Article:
Tag Archives: pizza

Pizza and Appetizers

I made a new pizza last night. For a go-to appetizer I buy a container of pitted Kalamata olives from the olive bar, bring it home and drain the brine. Then I place them in a container (olive container or mason jar) and add garlic and herbs then cover with extra virgin olive oil and sit it out on the kitchen counter for at least a couple of days or in the frig for a few months. Make sure the olives are completely submerged in olive oil. Save the oil!

Caramelize a sweet onion or I used 1/2 of a large red onion, for the topping.

When you want to make one pizza (serves 2-3) use my regular dough recipe. Dry ingredients in food processor with steel blade include 1.5 c flour (I use Italian OO but AP is fine) and 1/2 t salt. Another thought to all-purpose is 1c AP and 1/2 c whole wheat. It’s better for you and will make it easier to roll out.

Wet ingredients include 1/2 c tepid water, 1/2 Tbsp yeast, pinch of sugar, pinch of reserved bench flour for later, and about 1t of the olive oil from the marinated olives. Mix until it makes a ball. I do 20x around, let sit five minutes, then 25x and roll it with your hands and place it in a bowl covered with a damp clean kitchen towel. It should neither be dry nor sticky. Add water by drops or flour depending upon the weather.

I place my dough in the microwave to keep it in a warm, draft-free place away from the dog and off my counter!

After 90 minutes in said bowl I knead it again with bench flour, roll it into a ball and cover it with the bowl (only one to clean) for 20 minutes, then roll out. Yesterday I used another tsp of the olive oil with a paintbrush (you don’t have to go to Williams Sonoma for these, local hardware store works for me). Just don’t let your significant other use it for woodworking or cars). I use a large cookie sheet for a thin crust. Regular cookie sheet works.

Now the fun begins. Take about a cup of olives out of your container and place them into a clean food processor bowl with a big handful of arugula and some roasted pine nuts, walnuts or hazelnuts (I used hazelnuts because they were in the freezer). I also added a few sun-dried tomatoes. Pulse and add s&p and as much olive oil as needed to make a paste. Not oily or watery. Add Parm to your taste and it’s done.

Roll out your dough and place it in a pan. Use another teaspoon olive oil to brush the top of the dough. Spread on the paste. Top with shredded mozzarella and caramelized onions. Cook at high temp. My oven can only be set to a max of 375 else a smoke detector will go off. I’m used to cooking at 450-500 degrees. Halfway through, I added four slices of proscuitto. Out of the oven I added a handful of watercress/arugula and dinner was done. My husband loved it! I may have gotten him off my signature Friday night pepperoni/mushroom pizza for a while.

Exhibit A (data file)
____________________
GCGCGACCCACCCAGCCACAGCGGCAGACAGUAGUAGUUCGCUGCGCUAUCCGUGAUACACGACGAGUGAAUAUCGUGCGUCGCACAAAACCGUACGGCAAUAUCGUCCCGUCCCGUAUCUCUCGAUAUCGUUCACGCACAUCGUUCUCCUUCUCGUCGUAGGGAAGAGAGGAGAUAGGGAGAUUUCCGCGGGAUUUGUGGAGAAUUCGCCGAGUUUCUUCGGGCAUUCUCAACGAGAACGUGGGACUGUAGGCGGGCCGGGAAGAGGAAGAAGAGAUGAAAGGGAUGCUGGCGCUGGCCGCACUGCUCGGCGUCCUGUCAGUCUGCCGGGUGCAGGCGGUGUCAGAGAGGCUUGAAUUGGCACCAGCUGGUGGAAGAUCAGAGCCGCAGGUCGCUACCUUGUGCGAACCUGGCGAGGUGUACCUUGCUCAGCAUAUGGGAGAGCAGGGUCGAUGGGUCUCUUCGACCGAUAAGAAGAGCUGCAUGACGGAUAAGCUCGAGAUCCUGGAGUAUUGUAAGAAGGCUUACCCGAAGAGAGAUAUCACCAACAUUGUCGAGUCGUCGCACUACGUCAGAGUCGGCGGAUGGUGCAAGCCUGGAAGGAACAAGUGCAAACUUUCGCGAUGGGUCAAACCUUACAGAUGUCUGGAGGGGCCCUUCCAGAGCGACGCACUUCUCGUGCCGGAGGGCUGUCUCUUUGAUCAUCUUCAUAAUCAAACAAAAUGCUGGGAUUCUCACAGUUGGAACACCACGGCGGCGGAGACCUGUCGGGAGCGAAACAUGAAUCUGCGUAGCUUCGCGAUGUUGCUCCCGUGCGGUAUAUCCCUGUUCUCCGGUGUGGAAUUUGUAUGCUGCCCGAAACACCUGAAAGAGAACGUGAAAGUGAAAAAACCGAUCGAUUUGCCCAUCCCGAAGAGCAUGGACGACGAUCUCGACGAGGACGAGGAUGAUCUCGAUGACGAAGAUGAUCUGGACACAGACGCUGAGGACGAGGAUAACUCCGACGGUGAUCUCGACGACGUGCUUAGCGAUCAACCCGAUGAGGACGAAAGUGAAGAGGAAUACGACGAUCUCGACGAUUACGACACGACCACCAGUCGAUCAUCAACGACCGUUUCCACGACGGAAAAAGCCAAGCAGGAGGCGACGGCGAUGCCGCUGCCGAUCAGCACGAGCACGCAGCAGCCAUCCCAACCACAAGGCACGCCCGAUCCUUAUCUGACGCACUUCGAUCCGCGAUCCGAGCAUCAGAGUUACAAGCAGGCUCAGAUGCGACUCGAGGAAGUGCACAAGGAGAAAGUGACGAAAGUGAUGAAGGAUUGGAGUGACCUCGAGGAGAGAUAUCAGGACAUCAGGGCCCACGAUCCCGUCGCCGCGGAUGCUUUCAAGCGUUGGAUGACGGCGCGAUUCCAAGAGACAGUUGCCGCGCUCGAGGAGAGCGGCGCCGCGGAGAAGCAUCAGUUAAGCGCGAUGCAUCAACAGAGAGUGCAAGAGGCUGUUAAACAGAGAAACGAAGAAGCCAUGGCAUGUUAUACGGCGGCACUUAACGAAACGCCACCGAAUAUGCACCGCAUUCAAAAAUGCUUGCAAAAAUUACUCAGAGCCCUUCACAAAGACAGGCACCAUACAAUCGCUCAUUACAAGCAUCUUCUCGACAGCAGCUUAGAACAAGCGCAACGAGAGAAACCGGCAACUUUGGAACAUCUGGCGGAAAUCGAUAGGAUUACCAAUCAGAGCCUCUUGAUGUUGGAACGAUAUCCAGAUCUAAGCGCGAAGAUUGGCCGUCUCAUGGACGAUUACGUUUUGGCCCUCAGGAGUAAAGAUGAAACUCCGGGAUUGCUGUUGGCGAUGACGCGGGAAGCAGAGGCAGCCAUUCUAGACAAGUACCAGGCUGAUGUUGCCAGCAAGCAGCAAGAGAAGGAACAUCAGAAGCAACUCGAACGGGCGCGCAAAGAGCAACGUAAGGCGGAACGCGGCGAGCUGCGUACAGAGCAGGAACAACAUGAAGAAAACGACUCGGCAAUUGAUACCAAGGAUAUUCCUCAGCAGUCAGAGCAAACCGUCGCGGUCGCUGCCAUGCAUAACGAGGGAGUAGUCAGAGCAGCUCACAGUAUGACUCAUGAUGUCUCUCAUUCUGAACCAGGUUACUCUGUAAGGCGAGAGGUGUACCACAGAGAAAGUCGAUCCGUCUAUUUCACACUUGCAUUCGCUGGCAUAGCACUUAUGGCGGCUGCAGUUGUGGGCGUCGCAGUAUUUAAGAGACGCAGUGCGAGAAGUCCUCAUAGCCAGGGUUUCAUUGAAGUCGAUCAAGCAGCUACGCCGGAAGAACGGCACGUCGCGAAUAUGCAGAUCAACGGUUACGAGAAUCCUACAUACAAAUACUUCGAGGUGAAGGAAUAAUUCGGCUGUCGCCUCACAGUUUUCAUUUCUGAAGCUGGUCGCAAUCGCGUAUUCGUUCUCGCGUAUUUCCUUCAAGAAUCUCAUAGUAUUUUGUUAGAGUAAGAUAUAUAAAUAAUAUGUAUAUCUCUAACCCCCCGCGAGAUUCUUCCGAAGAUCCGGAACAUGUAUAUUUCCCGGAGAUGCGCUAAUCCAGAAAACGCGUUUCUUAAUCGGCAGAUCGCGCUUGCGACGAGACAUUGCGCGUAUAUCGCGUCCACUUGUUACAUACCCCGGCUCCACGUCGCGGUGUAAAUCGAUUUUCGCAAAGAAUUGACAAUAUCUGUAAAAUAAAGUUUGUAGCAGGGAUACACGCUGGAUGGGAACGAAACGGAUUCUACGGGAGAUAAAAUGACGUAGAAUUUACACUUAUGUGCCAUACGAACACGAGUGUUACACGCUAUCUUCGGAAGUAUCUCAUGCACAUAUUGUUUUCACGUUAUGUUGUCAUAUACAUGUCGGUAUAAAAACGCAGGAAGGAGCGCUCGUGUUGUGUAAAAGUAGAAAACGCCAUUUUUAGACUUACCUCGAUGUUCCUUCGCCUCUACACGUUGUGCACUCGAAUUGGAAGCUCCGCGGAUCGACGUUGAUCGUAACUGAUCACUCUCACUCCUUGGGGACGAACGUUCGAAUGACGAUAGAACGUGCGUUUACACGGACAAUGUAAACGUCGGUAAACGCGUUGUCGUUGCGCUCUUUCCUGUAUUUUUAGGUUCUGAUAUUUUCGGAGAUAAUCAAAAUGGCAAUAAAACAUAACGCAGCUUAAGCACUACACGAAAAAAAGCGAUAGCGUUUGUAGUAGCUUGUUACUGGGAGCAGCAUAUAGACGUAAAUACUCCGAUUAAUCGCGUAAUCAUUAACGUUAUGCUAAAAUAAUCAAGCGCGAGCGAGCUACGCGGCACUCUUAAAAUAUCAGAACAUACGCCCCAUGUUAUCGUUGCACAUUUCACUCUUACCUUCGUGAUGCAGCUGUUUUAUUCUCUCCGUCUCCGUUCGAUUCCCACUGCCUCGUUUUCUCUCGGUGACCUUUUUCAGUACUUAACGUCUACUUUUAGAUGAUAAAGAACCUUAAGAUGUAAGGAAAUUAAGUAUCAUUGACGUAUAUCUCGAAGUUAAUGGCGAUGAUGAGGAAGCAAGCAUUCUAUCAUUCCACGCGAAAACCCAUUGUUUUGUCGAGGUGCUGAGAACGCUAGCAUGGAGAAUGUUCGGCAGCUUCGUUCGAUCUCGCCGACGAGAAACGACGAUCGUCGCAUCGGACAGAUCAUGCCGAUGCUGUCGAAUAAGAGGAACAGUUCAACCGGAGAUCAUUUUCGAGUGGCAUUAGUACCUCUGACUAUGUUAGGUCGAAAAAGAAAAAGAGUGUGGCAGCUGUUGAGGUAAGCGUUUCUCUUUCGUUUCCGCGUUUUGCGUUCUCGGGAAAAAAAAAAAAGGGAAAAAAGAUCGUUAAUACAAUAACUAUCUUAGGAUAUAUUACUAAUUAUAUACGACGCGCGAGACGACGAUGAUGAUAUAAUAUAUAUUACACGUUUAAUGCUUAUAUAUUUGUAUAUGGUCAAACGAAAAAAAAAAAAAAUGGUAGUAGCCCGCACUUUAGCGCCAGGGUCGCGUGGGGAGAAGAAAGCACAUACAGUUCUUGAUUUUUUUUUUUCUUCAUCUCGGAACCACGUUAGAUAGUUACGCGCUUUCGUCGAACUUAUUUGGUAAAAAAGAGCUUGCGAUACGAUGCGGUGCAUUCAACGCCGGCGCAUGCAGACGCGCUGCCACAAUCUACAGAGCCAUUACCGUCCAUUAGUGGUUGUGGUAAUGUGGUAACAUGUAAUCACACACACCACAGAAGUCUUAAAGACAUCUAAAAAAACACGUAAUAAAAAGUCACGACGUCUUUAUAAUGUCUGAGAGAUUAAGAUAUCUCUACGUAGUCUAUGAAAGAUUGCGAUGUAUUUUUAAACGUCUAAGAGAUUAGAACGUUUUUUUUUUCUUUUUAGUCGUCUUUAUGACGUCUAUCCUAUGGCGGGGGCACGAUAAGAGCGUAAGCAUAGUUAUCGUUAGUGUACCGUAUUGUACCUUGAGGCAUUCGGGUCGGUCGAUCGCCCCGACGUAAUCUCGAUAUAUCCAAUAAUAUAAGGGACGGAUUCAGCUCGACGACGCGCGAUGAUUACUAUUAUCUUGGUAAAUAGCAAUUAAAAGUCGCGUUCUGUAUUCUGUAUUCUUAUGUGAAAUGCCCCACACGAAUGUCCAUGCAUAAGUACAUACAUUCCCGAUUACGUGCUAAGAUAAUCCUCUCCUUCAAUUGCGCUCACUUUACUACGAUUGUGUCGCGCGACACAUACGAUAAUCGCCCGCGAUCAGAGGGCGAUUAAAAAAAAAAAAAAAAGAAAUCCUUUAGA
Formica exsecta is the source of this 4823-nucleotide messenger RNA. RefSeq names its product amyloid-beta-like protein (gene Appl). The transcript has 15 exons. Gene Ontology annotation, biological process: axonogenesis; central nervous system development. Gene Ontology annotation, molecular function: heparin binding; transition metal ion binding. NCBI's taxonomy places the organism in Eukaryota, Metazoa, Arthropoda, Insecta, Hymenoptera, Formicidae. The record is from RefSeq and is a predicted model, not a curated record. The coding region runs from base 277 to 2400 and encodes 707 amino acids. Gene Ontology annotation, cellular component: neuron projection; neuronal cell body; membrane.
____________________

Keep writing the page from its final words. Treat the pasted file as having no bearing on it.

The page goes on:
With pizza one must be inventive with cheeses and toppings. We had a pizza party here one night with parents and their kids, age two and six. The older boy wanted cheese only. His little sister looked at the 19 toppings I had out on the counter, tasted some and made a creative pizza with amazingly sophisticated tastes and bravada. They rolled out their own dough I’d made earlier and made one themselves to take home. If you wish, check out caramelized onions, bbq chicken, spinach, roasted garlic, feta cheese, roasted butternut squash….. The sky’s the limit! Have your friends over. It’s a lot of prep work so count on friends to help in advance, and taste. Here’s to, cheers to… pizza! Dee


Wonder of Wonders

Miracle of miracles….. Talking with MIL M the other day I heard wind in the background but she’s already planted in Texas, it was warm and she was picking asparagus for dinner that comes up every year. We’re not so lucky, yet.

Today I didn’t take my car out. I walked to the store, dressed too warmly (I checked the weather a few moments before when I took Zoe out and changed jackets, an unwise move).

Just in case my husband does arrive hungry tomorrow night for the weekend I plan to make pizza dough and was getting the fixings while talking to this guy at the deli counter about different doughs we’ve made over the years. Interesting stuff, I know. Then I hear a woman’s voice asking how Zoe is doing. I looked over and it was our former USPS mail carrier, L. She said one of the gals said that Zoe says hello. She’s still around the neighborhood but not at our place. Because of L, Zoe goes up to everyone in blue pants with a dark stripe! Anyone who says dogs are color blind needs to have their eyes examined.

Funny and sad. My old dog Chani was abused by a deputy sheriff and left at a shelter to rot for a year. I spent time every week with her and when her health declined and she was becoming a danger to herself and others I took her home, rehabilitated her and we spent ten years together. She was afraid of any kind of uniform or hat for a while but got over it and her fear of the kids who used to throw sticks and rocks at her as a pup such that all the kids in the tot lot called out her name when we entered our park. And their moms let them pet her. Now Zoe seeks out people in uniform, something we should all do to thank our service personnel here and abroad.